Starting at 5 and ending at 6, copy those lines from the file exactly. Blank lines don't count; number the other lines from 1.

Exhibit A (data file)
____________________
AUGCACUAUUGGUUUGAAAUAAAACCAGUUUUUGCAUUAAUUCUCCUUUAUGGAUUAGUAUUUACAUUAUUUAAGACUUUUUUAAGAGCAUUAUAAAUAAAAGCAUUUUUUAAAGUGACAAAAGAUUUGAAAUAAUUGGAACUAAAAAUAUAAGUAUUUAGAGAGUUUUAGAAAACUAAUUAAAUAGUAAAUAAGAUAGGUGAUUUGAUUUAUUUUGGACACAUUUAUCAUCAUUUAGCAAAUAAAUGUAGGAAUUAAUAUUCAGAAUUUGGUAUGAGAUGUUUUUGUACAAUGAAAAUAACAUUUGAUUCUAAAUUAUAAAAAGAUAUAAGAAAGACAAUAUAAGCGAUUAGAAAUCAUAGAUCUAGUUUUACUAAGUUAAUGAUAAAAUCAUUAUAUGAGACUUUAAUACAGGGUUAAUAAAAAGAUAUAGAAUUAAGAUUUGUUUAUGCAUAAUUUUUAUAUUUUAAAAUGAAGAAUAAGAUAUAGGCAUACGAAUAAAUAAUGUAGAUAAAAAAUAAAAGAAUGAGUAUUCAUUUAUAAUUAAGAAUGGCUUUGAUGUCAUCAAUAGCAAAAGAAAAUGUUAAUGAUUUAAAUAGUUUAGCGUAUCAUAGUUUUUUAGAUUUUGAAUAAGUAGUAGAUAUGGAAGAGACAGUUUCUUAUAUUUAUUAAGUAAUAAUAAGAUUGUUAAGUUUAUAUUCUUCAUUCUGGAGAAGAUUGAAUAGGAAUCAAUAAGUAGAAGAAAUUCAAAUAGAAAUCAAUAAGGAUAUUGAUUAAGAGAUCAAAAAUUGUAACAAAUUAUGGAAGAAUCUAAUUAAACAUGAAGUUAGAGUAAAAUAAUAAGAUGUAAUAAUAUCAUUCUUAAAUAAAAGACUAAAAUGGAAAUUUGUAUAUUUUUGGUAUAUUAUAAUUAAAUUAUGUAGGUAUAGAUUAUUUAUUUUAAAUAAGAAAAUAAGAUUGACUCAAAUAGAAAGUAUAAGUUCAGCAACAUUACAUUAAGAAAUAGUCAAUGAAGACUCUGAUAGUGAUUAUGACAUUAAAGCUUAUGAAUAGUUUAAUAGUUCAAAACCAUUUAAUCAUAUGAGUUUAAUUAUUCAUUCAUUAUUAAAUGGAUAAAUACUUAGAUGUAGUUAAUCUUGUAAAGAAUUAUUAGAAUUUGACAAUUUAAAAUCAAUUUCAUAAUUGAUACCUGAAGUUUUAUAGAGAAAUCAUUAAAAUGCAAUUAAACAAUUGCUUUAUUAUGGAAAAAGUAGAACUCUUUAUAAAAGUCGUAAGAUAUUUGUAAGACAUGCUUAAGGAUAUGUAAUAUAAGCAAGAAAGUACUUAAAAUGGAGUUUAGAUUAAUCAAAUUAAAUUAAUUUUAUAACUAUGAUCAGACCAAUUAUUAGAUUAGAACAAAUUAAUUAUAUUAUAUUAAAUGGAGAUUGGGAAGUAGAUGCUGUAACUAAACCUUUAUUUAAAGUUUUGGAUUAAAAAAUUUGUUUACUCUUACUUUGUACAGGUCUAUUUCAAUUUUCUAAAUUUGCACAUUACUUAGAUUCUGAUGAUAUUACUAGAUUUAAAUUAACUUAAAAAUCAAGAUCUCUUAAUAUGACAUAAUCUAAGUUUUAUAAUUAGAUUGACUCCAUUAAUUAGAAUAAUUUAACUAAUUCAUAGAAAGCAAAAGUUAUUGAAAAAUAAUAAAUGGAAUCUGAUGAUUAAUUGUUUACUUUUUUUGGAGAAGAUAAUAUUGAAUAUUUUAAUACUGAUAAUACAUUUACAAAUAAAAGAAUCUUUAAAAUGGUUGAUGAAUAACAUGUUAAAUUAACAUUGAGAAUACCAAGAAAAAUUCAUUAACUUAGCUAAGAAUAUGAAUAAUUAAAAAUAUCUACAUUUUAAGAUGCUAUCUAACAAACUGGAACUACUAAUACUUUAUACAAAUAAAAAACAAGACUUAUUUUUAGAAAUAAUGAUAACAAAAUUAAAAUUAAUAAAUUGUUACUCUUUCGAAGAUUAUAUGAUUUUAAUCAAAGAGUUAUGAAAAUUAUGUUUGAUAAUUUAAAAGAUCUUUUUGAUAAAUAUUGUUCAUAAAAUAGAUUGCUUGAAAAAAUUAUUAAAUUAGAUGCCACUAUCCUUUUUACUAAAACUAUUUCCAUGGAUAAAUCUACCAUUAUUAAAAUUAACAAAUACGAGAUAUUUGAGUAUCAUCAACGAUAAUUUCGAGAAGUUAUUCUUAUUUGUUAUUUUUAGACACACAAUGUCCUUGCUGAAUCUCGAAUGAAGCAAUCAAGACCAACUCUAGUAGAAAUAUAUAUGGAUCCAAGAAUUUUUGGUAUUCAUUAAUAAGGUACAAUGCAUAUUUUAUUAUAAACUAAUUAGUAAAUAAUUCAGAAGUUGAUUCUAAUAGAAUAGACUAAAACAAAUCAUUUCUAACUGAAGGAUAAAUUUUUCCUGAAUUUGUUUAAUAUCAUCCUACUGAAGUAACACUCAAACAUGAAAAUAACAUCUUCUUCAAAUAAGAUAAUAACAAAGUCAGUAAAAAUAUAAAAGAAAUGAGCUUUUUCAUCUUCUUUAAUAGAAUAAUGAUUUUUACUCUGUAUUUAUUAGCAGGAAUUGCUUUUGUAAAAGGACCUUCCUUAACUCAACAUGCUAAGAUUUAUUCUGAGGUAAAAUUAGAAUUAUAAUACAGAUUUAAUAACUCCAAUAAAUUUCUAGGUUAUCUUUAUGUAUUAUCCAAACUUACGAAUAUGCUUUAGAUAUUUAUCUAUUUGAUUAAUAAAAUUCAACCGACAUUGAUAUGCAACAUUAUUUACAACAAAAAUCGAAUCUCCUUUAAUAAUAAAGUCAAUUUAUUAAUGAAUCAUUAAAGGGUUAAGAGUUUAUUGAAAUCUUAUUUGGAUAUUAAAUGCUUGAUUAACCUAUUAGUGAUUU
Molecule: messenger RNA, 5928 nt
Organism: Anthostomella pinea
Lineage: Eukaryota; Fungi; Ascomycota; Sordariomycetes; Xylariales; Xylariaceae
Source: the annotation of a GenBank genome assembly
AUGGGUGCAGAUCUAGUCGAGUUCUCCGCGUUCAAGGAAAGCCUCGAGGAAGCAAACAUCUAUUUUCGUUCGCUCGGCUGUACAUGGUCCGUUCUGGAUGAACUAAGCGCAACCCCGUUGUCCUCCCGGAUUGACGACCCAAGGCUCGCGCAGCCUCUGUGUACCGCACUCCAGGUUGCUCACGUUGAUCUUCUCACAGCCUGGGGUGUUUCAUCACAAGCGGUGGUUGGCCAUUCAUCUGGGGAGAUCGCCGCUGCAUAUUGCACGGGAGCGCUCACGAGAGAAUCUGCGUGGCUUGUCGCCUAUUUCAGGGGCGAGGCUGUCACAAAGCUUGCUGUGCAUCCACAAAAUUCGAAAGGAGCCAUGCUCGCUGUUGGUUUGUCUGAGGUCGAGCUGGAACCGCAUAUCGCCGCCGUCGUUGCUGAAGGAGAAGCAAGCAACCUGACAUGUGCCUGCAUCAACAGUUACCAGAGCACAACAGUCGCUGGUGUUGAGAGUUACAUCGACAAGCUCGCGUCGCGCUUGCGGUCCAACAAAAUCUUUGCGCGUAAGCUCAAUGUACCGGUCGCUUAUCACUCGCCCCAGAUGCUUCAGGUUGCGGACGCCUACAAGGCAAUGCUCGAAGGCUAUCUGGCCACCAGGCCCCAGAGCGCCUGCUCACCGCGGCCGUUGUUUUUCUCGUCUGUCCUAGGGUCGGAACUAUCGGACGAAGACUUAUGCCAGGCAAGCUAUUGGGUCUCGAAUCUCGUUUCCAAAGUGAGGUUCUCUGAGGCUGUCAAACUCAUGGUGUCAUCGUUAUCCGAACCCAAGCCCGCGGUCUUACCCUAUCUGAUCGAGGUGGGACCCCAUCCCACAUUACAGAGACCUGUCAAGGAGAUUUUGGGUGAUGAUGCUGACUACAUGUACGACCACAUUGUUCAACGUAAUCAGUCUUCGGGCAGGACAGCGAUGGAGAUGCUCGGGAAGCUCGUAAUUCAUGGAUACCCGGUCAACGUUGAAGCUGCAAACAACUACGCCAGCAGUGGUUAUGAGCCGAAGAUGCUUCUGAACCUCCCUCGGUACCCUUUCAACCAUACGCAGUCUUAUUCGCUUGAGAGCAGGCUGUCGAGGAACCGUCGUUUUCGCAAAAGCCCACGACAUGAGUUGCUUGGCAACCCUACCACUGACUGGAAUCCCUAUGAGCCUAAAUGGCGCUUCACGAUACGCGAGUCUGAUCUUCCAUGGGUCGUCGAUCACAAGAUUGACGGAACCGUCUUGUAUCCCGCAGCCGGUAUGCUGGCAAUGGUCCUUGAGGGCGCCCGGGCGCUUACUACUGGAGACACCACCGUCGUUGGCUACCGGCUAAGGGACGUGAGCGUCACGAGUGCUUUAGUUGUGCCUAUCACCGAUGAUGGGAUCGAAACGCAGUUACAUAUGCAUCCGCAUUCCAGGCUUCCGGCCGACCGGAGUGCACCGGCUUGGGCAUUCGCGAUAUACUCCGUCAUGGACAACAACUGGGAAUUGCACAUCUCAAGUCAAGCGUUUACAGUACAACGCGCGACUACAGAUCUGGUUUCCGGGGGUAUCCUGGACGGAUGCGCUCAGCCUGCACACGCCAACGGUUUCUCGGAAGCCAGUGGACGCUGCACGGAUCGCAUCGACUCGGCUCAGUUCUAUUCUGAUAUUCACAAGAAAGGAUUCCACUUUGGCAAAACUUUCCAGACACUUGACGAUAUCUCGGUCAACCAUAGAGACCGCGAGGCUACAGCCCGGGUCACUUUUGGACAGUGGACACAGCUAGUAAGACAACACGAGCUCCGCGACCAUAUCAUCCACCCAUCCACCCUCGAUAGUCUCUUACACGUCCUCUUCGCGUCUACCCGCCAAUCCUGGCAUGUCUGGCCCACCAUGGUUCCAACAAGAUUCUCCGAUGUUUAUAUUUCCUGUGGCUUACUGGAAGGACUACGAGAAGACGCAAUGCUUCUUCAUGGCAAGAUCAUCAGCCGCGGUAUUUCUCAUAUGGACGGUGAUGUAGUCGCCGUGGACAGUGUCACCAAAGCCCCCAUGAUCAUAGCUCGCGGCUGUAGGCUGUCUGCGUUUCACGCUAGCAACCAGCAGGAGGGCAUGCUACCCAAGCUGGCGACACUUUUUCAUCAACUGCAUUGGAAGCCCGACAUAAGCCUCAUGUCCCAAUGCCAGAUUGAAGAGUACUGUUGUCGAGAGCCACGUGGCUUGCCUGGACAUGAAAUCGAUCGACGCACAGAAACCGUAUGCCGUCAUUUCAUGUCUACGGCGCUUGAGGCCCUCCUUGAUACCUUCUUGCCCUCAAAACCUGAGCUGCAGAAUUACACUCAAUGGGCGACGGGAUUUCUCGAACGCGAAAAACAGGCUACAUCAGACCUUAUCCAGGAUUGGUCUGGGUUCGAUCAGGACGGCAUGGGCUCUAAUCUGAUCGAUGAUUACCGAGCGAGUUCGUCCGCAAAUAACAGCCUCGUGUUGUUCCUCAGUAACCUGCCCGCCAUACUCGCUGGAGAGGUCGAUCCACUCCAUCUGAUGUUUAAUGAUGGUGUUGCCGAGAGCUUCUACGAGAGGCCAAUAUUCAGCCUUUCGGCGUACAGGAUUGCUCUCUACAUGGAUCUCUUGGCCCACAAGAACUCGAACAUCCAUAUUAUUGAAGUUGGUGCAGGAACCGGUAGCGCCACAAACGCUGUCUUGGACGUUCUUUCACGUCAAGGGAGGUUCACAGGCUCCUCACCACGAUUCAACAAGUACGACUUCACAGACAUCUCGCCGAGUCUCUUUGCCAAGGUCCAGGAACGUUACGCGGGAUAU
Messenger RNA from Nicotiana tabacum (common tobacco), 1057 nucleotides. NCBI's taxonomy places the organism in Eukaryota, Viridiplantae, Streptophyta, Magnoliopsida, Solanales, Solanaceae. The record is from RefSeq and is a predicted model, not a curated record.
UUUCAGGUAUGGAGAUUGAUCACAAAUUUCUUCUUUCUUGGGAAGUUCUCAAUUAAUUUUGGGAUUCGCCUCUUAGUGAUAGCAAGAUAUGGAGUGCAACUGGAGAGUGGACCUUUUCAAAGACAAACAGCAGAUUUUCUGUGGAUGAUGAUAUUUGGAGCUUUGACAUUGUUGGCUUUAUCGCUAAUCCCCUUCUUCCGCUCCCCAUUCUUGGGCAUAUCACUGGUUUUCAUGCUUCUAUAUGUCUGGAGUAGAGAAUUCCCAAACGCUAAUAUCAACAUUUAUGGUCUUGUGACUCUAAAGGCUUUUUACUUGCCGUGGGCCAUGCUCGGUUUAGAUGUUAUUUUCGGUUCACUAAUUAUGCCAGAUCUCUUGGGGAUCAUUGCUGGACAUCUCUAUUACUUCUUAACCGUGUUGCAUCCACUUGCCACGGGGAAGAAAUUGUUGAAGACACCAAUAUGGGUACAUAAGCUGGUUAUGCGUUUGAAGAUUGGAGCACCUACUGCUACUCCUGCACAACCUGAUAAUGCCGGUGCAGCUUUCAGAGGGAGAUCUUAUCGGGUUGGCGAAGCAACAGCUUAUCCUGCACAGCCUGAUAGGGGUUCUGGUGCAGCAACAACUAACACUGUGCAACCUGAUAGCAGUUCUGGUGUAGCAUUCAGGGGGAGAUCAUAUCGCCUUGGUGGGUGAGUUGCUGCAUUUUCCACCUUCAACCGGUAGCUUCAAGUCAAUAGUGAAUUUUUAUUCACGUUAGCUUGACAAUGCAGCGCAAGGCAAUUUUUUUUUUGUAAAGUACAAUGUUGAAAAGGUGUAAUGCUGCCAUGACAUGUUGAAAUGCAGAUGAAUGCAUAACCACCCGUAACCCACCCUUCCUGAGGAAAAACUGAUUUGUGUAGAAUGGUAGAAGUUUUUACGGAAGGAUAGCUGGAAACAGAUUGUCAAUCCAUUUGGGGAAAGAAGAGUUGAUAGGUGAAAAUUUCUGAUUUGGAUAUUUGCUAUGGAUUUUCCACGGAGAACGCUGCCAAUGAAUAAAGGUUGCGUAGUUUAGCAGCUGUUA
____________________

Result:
Source: the annotation of a GenBank genome assembly
AUGGGUGCAGAUCUAGUCGAGUUCUCCGCGUUCAAGGAAAGCCUCGAGGAAGCAAACAUCUAUUUUCGUUCGCUCGGCUGUACAUGGUCCGUUCUGGAUGAACUAAGCGCAACCCCGUUGUCCUCCCGGAUUGACGACCCAAGGCUCGCGCAGCCUCUGUGUACCGCACUCCAGGUUGCUCACGUUGAUCUUCUCACAGCCUGGGGUGUUUCAUCACAAGCGGUGGUUGGCCAUUCAUCUGGGGAGAUCGCCGCUGCAUAUUGCACGGGAGCGCUCACGAGAGAAUCUGCGUGGCUUGUCGCCUAUUUCAGGGGCGAGGCUGUCACAAAGCUUGCUGUGCAUCCACAAAAUUCGAAAGGAGCCAUGCUCGCUGUUGGUUUGUCUGAGGUCGAGCUGGAACCGCAUAUCGCCGCCGUCGUUGCUGAAGGAGAAGCAAGCAACCUGACAUGUGCCUGCAUCAACAGUUACCAGAGCACAACAGUCGCUGGUGUUGAGAGUUACAUCGACAAGCUCGCGUCGCGCUUGCGGUCCAACAAAAUCUUUGCGCGUAAGCUCAAUGUACCGGUCGCUUAUCACUCGCCCCAGAUGCUUCAGGUUGCGGACGCCUACAAGGCAAUGCUCGAAGGCUAUCUGGCCACCAGGCCCCAGAGCGCCUGCUCACCGCGGCCGUUGUUUUUCUCGUCUGUCCUAGGGUCGGAACUAUCGGACGAAGACUUAUGCCAGGCAAGCUAUUGGGUCUCGAAUCUCGUUUCCAAAGUGAGGUUCUCUGAGGCUGUCAAACUCAUGGUGUCAUCGUUAUCCGAACCCAAGCCCGCGGUCUUACCCUAUCUGAUCGAGGUGGGACCCCAUCCCACAUUACAGAGACCUGUCAAGGAGAUUUUGGGUGAUGAUGCUGACUACAUGUACGACCACAUUGUUCAACGUAAUCAGUCUUCGGGCAGGACAGCGAUGGAGAUGCUCGGGAAGCUCGUAAUUCAUGGAUACCCGGUCAACGUUGAAGCUGCAAACAACUACGCCAGCAGUGGUUAUGAGCCGAAGAUGCUUCUGAACCUCCCUCGGUACCCUUUCAACCAUACGCAGUCUUAUUCGCUUGAGAGCAGGCUGUCGAGGAACCGUCGUUUUCGCAAAAGCCCACGACAUGAGUUGCUUGGCAACCCUACCACUGACUGGAAUCCCUAUGAGCCUAAAUGGCGCUUCACGAUACGCGAGUCUGAUCUUCCAUGGGUCGUCGAUCACAAGAUUGACGGAACCGUCUUGUAUCCCGCAGCCGGUAUGCUGGCAAUGGUCCUUGAGGGCGCCCGGGCGCUUACUACUGGAGACACCACCGUCGUUGGCUACCGGCUAAGGGACGUGAGCGUCACGAGUGCUUUAGUUGUGCCUAUCACCGAUGAUGGGAUCGAAACGCAGUUACAUAUGCAUCCGCAUUCCAGGCUUCCGGCCGACCGGAGUGCACCGGCUUGGGCAUUCGCGAUAUACUCCGUCAUGGACAACAACUGGGAAUUGCACAUCUCAAGUCAAGCGUUUACAGUACAACGCGCGACUACAGAUCUGGUUUCCGGGGGUAUCCUGGACGGAUGCGCUCAGCCUGCACACGCCAACGGUUUCUCGGAAGCCAGUGGACGCUGCACGGAUCGCAUCGACUCGGCUCAGUUCUAUUCUGAUAUUCACAAGAAAGGAUUCCACUUUGGCAAAACUUUCCAGACACUUGACGAUAUCUCGGUCAACCAUAGAGACCGCGAGGCUACAGCCCGGGUCACUUUUGGACAGUGGACACAGCUAGUAAGACAACACGAGCUCCGCGACCAUAUCAUCCACCCAUCCACCCUCGAUAGUCUCUUACACGUCCUCUUCGCGUCUACCCGCCAAUCCUGGCAUGUCUGGCCCACCAUGGUUCCAACAAGAUUCUCCGAUGUUUAUAUUUCCUGUGGCUUACUGGAAGGACUACGAGAAGACGCAAUGCUUCUUCAUGGCAAGAUCAUCAGCCGCGGUAUUUCUCAUAUGGACGGUGAUGUAGUCGCCGUGGACAGUGUCACCAAAGCCCCCAUGAUCAUAGCUCGCGGCUGUAGGCUGUCUGCGUUUCACGCUAGCAACCAGCAGGAGGGCAUGCUACCCAAGCUGGCGACACUUUUUCAUCAACUGCAUUGGAAGCCCGACAUAAGCCUCAUGUCCCAAUGCCAGAUUGAAGAGUACUGUUGUCGAGAGCCACGUGGCUUGCCUGGACAUGAAAUCGAUCGACGCACAGAAACCGUAUGCCGUCAUUUCAUGUCUACGGCGCUUGAGGCCCUCCUUGAUACCUUCUUGCCCUCAAAACCUGAGCUGCAGAAUUACACUCAAUGGGCGACGGGAUUUCUCGAACGCGAAAAACAGGCUACAUCAGACCUUAUCCAGGAUUGGUCUGGGUUCGAUCAGGACGGCAUGGGCUCUAAUCUGAUCGAUGAUUACCGAGCGAGUUCGUCCGCAAAUAACAGCCUCGUGUUGUUCCUCAGUAACCUGCCCGCCAUACUCGCUGGAGAGGUCGAUCCACUCCAUCUGAUGUUUAAUGAUGGUGUUGCCGAGAGCUUCUACGAGAGGCCAAUAUUCAGCCUUUCGGCGUACAGGAUUGCUCUCUACAUGGAUCUCUUGGCCCACAAGAACUCGAACAUCCAUAUUAUUGAAGUUGGUGCAGGAACCGGUAGCGCCACAAACGCUGUCUUGGACGUUCUUUCACGUCAAGGGAGGUUCACAGGCUCCUCACCACGAUUCAACAAGUACGACUUCACAGACAUCUCGCCGAGUCUCUUUGCCAAGGUCCAGGAACGUUACGCGGGAUAU